16 May 2012
The Department of Trade and Industry (DTI) will offer incentives worth R5.75-billion over the next six years to help South Africa’s manufacturing sector become more competitive in an increasingly difficult global environment.
Speaking at the launch of the Manufacturing Competitiveness Enhancement Programme in Cape Town on Tuesday, Trade and Industry Minister Rob Davies said the world was going through a second wave of the recession brought on by the 2008-09 global financial crisis, with manufacturing coming under particular pressure.
Manufacturing under global pressure
Davies said the sector had been struggling with increasing input costs as well as the monetary policy response of advanced countries – whose ultra-low interest rates had led to money flooding into emerging countries where interest rates were higher, pushing up currencies such as the rand and making exports uncompetitive.
The manufacturing sector contributed 14.6% to South Africa’s GDP in 2011, compared to 21% in 1977, while in fast-growing Asian countries manufacturing had been growing – in Korea from 23.6% in 1977 to 30.6% in 2010, in Malaysia from 19% to 26.1% over the same period.
If South Africa wanted to be a leader in Africa, it had to raise its competitiveness, Davies said, adding that those manufacturers that had not boosted their competitiveness around the onset of the global financial crisis were the ones that were hardest hit.
The new programme, which takes lessons from the successful Clothing and Textile Competitiveness Improvement Programme, will complement the state’s Industrial Policy Action Plan (IPAP), which was launched in April.
Of the R5.75-billion available to manufacturing firms over the next six years, R1.25-billion had been allocated for this financial year. The programme will be complemented by a loan facility from the Industrial Development Corporation (IDC).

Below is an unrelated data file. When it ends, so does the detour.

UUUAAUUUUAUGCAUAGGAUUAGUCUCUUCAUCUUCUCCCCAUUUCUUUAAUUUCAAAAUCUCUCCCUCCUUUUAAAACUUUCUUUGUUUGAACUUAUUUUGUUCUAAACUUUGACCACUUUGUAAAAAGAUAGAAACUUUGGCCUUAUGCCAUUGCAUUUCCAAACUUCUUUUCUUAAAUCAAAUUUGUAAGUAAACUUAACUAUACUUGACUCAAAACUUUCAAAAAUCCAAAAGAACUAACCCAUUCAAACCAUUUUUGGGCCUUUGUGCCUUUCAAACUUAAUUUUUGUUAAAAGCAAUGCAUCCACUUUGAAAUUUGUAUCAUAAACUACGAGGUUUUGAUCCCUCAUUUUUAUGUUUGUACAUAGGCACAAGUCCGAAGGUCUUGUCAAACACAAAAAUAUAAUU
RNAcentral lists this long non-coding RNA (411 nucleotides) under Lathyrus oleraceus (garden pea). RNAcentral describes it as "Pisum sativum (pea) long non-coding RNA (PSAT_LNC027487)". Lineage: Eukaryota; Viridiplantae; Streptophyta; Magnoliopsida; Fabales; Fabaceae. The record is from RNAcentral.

Jobs commitment, BEE rating
Firms that apply for support from the programme are required not to reduce employment during the duration of their participation in the programme. Applicants must also be at level 4 on the BEE scorecard, or have a credible plan on how they plan to do get to level 4 within the next four years.
Davies thanked industry role players, particularly the Manufacturing Circle, for their contributions in compiling the programme, saying he was pleased that the organisation had become more prominent in the manufacturing sector.
Tumelo Chipfupa, deputy director-general of The Enterprise Organisation, said the incentives would be calculated according to manufacturing value added and credits awarded – smaller firms, for example, as well as black-owned and managed firms, would be given a higher weighting when points were calculated.
Grants would be based on a cost-sharing principle, with smaller firms being able to allocate a higher percentage of grants to cover funding for their competitiveness-enhancing projects than bigger firms.
Range of incentives
The coverage offered by each incentives differs, as follows:
- The Capital Investment Grant to upgrade capital equipment and expand productive capacity will cover between 30% and 50% of the investment.
- The Green Technology Upgrading Grant for investment in technology and processes that will make the production process greener will cover between 30% and 50% of the investment.
- The Enterprise-Level Competitiveness Improvement Grant for investment in the adoption of improved manufacturing practices will cover between 50% and 70% of project costs.
- The Feasibility Studies Grant, a cost-sharing grant towards developing a bankable feasibility study for new manufacturing projects, will cover between 50% and 70% of project costs.
- The Cluster Initiatives Grant to help fund shared infrastructure such as a sector technology development centre, market research, international advertising and publicity costs, will cover 80% of qualifying project costs. The grant aims to encourage smaller firms to band together in joint marketing or buying.
- The Working Capital facility will include a revolving 180-day, 6% fixed interest rate facility, while the Distressed Fund consists of a concessionary 6% fixed interest rate loan for applicants that are accessing the IDC’s Distress Fund.
IDC to cover for small business applicants
Because most of the grants are in the form of reimbursements paid out only later – often after a firm has had to spend the money it requested coverage for – many small business applicants were likely to experience cashflow shortages.
To counter this, Chipfupa said the IDC would be able to provide upfront to small enterprises while their grants were being processed.
Double dipping in funding, and enterprises that charged import parity pricing, would be excluded from the programme, he added.
Chipfupa said the DTI’s current target for addressing applications was 60 days, but said the Enterprise Organisation was aiming to reduce this to 45 days.
DTI director-general Lionel October said applications for the incentives were now available, with the programme due to go live on 1 June.